I enjoyed hearing your pieces. Here are some thoughts:
In the Grieg "Arietta", the melody soars nicely there. I would have wished for a slightly quieter left hand accompaniment, but well understand that with the Geyer's balky action, some notes might not sound in trying to obtain the best possible balance between the hands.
Bortkiewicz's "Angel" has good clarity, phrasing, clean pedaling, and accuracy. I've always thought that Bortkiewicz, a resourceful composer, could have devised a more angelic composition to better fit the title. Probably this piece is not most representative of his style, but that aside, I think you've given a very good account of it here.
Camilleri "Cantilena": I can readily tell from your playing that you really enjoy playing the Camilleri piece. You definitely feature the cantilena throughout. You do justice to the piece overall in my opinion. It's good too that you choose less-known pieces from the piano literature such as this one at hand.
Gershwin "Prelude": Just a few suggestions.
In the first eight bars (which occur again elsewhere), in the LH there is a chromatic scalar voice leading that occurs there. Starting on the first beat notice how the upper E goes to the E# and then to the F#. In measure 4 the F# finally leads to the G in the RH, the beginning of the melody. So in the first measure on the third beat, for example, in the double notes consider the underlying F# actually to be more important note to be heard than the C# over it. The C# is not melodic, but actually harmonic background accompaniment despite it being at the top. Scalar passages in music take on significance to the listener. So in executing those legato slurs, that voice leading needs to be heard. Voice leading is important, as is the voicing of melodic chords because music is all about voices, yes?
In measures 15 and 16, there is a device from Bach there. 15 frames a question, and 16 the answer being the C natural on the last beat rather than the earlier C#. I think you handle those measures convincingly.
At the end of 16 you take quite a pause there, but there is nothing in the score justifying one. I would instead suggest maintaining continuity there.
In the bottom line on page 1 (I have the Warner Bros. Edition), what needs to be most emphasized in the RH is the voicing not of the octaves, but rather the middle voices within the octaves. I think you're almost there with that, but just need to enhance those a bit more. Clarifying middle voices is always the most difficult voicing situation.
At the Largamenta con moto on page 2, you have a good balancing of the hands there with the LH playing melody in the foreground. What Gershwin had in mind for the very soft RH accompaniment there is having the piano simulate the brushes used on a snare drum. If you can imagine that sound in your ear, it helps in the execution of the double notes at the piano.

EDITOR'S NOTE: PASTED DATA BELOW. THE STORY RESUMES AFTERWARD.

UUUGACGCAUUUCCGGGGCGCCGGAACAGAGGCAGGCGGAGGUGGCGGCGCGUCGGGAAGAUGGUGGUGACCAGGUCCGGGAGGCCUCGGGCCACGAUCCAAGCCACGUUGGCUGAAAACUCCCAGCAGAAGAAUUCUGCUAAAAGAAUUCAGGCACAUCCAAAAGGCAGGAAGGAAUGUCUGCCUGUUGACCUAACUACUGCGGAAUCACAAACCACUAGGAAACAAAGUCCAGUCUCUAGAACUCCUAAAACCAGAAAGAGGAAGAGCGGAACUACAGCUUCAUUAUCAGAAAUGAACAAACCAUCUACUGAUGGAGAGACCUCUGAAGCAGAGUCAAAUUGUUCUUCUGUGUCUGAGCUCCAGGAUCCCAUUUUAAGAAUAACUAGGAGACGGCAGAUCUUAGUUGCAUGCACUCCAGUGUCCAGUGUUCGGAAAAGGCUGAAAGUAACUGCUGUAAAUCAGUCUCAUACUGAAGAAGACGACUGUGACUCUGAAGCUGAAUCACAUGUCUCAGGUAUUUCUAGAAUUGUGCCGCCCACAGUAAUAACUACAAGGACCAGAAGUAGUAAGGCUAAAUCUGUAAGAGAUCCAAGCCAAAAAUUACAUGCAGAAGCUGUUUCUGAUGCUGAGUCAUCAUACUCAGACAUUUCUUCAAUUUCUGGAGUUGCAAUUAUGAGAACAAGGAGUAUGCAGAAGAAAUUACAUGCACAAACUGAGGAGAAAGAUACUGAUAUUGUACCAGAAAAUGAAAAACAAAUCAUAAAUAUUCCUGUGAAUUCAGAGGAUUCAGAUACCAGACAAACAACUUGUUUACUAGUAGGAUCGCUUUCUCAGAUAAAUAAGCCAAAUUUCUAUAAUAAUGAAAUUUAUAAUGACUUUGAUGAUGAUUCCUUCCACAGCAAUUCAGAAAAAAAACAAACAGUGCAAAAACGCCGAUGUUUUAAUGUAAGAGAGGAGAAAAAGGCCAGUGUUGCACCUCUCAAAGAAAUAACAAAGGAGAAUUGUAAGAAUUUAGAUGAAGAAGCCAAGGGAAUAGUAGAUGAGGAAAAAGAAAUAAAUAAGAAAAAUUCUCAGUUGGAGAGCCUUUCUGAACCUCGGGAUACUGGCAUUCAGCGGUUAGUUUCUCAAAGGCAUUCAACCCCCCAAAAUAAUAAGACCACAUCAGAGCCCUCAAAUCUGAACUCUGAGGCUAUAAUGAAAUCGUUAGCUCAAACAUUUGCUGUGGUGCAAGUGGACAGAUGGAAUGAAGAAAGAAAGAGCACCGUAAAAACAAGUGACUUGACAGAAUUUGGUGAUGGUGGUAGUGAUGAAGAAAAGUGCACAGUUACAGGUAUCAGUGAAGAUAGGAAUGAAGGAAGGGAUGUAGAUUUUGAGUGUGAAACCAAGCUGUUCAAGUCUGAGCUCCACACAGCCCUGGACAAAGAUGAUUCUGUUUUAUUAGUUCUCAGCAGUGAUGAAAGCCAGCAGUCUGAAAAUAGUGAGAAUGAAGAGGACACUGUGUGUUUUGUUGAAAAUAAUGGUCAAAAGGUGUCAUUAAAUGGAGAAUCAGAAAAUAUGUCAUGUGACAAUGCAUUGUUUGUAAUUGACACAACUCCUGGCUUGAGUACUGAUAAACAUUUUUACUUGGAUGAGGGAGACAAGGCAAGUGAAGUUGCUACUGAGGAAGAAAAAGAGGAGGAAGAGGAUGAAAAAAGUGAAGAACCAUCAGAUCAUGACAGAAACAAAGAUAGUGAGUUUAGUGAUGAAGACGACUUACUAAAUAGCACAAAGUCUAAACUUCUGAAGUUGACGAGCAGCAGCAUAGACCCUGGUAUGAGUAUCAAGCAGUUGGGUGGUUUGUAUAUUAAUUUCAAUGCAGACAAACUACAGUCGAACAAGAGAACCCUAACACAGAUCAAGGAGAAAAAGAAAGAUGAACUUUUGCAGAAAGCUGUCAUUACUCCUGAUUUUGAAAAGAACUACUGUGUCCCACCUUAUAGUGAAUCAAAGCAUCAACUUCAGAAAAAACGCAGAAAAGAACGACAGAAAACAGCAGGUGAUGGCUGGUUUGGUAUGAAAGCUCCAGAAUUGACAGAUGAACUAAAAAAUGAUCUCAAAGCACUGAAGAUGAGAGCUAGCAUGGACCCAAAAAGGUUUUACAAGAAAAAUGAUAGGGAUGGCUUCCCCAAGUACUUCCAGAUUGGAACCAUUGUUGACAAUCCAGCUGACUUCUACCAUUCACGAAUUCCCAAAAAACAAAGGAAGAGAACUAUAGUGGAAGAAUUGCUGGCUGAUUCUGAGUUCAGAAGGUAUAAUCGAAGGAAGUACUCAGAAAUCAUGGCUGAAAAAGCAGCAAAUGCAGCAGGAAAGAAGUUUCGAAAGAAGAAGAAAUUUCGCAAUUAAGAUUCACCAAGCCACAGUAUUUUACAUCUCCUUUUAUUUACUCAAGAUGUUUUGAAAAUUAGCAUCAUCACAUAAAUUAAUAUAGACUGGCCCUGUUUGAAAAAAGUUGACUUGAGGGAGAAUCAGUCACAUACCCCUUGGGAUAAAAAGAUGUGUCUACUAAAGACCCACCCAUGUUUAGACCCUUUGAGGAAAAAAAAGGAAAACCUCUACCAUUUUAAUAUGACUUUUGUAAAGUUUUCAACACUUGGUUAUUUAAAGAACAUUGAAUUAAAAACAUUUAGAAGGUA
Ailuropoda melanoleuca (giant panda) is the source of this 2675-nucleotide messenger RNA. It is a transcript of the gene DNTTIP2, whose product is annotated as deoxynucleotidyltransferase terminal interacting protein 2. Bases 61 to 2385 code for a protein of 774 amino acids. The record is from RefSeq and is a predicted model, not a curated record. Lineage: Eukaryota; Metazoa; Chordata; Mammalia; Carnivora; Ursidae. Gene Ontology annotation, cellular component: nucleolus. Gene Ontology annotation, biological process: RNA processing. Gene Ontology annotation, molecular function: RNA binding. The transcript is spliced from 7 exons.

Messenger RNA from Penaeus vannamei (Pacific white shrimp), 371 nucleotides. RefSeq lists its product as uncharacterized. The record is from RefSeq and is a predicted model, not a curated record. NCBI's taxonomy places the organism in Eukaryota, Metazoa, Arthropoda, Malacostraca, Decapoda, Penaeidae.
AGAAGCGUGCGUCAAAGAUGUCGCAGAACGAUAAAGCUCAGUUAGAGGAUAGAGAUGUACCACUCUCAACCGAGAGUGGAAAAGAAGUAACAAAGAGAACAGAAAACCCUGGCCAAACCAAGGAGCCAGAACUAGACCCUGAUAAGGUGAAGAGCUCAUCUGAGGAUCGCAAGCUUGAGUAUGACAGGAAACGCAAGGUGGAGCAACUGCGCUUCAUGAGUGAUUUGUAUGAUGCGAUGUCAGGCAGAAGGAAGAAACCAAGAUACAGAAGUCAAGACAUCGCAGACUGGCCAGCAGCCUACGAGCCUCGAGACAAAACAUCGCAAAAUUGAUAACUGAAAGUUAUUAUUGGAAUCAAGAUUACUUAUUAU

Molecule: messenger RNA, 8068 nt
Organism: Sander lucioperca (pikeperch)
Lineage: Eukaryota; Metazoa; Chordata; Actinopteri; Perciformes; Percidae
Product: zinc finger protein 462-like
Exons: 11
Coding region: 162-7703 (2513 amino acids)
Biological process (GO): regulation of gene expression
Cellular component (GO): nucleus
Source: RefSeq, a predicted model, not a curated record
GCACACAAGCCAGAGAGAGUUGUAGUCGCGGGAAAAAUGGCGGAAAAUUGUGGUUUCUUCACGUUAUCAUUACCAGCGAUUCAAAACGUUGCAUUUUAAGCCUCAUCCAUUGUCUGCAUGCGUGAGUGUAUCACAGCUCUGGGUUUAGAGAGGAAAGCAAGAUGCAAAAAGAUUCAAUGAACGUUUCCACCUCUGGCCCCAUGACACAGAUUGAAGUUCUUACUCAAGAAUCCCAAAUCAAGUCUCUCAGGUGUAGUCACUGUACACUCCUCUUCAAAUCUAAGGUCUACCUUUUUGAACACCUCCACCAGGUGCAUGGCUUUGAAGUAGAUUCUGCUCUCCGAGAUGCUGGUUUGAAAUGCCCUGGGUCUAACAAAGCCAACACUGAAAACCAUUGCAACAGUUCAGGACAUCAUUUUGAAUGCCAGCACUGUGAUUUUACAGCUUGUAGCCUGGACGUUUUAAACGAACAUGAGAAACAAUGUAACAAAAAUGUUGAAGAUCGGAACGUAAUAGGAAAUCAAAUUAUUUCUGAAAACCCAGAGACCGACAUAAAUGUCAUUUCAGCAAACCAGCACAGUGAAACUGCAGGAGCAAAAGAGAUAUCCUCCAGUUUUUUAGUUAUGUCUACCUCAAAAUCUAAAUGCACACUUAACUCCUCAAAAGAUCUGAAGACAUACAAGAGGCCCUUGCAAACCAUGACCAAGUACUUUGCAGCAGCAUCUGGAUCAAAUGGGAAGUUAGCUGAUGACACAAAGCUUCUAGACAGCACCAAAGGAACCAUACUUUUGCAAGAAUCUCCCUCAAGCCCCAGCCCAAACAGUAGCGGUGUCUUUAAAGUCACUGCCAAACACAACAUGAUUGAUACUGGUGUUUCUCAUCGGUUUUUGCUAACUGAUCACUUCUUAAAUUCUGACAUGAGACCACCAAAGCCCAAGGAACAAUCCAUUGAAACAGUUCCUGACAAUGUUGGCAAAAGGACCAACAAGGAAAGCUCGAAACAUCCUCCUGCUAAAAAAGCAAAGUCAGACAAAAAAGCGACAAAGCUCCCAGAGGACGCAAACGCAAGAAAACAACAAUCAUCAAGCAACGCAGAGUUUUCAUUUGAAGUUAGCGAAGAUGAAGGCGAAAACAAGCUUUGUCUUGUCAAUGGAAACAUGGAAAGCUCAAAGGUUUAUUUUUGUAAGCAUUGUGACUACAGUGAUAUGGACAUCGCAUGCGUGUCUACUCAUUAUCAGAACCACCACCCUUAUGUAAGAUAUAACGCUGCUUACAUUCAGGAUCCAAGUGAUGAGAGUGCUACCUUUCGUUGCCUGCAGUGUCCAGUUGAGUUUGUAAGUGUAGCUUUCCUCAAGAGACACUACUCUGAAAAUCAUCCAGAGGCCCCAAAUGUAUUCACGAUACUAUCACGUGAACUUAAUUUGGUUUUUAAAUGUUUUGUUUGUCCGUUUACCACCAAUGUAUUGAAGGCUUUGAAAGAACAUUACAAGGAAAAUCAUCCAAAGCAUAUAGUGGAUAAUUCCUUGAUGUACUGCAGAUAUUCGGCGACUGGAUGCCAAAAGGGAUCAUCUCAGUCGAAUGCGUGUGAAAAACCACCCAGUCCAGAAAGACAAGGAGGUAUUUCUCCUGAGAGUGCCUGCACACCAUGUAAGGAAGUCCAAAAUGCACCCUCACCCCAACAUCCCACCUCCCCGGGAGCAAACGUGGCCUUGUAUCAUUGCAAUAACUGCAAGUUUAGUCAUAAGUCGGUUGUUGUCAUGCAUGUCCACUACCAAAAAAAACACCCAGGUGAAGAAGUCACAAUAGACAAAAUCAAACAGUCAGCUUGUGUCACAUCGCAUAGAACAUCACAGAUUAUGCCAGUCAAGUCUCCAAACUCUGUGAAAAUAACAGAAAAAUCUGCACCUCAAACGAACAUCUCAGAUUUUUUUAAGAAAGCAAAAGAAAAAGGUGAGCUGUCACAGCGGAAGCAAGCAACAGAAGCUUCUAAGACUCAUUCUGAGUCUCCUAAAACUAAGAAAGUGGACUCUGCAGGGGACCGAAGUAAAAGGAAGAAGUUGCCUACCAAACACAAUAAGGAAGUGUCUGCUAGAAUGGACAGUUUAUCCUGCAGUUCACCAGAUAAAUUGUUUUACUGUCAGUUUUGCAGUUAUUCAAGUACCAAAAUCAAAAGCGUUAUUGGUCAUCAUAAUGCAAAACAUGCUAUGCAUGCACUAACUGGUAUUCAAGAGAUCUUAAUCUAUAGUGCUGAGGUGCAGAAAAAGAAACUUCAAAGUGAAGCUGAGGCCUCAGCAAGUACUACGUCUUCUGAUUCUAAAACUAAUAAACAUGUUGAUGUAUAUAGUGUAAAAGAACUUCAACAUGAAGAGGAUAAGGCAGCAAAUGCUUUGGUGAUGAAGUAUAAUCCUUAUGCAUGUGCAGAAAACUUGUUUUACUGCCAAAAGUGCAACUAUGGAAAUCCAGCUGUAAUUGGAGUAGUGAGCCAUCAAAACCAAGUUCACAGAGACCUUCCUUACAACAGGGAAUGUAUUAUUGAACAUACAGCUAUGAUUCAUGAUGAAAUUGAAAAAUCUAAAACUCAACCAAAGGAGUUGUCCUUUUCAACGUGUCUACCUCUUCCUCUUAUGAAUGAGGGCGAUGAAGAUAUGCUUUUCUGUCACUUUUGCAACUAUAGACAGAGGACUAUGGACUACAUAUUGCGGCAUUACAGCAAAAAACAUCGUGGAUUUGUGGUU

At the top of page three, last couple of measures, you could make a little more out of the rit. there; however, you're quite right, it should be non troppo. It takes a little finesse to get it just right.
Page 3, line 2: Here is another reprise of the main theme, so again we need to observe the voice leading, same as at the opening.
Line 3 first measure: To create some variation with the sound of the grace notes, instead of playing these particular ones separately followed by their principal notes, I liked to play these grace notes simultaneously with their principal notes, plus it creates a nice dissonance too. The only trick is that if you do that, then you must immediately release the B#s once sounded.
Line 4, last measure: Notice on the last beat of the prior measure the G# at the top of the LH double notes. It's the beginning of scalar voice leading again. That G# goes to the A on the downbeat, then to B, on to B#, to end on C# on the next downbeat. Best to voice all of these except the last C# with the LH thumb to sufficiently bring out that line. Notice too that as the RH melody drifts downward, the LH line to be voice ascends bringing about a Bachian converging counterpoint. That is justification to momentarily suspend the rule of balancing the hands such that the LH part can now be heard with clarity along with the RH in a very brief duet.
I like the way you play the last syncopations without any rit. there in the coda.
I notice your tempo is a slow andante, the same way I like to play the piece. I prefer that, as it gives the music more of a sultry feeling. Nice job!
So, I want to emphasize that I think you play the piece well in the main. The items I mention here are fine points of performance that you might find helpful.
The piano was definitely in tune and the quality of recording was much improved.
You may well have qualifying audition pieces here in my opinion, but our moderators have the last word of course.
Thanks for sharing your recordings!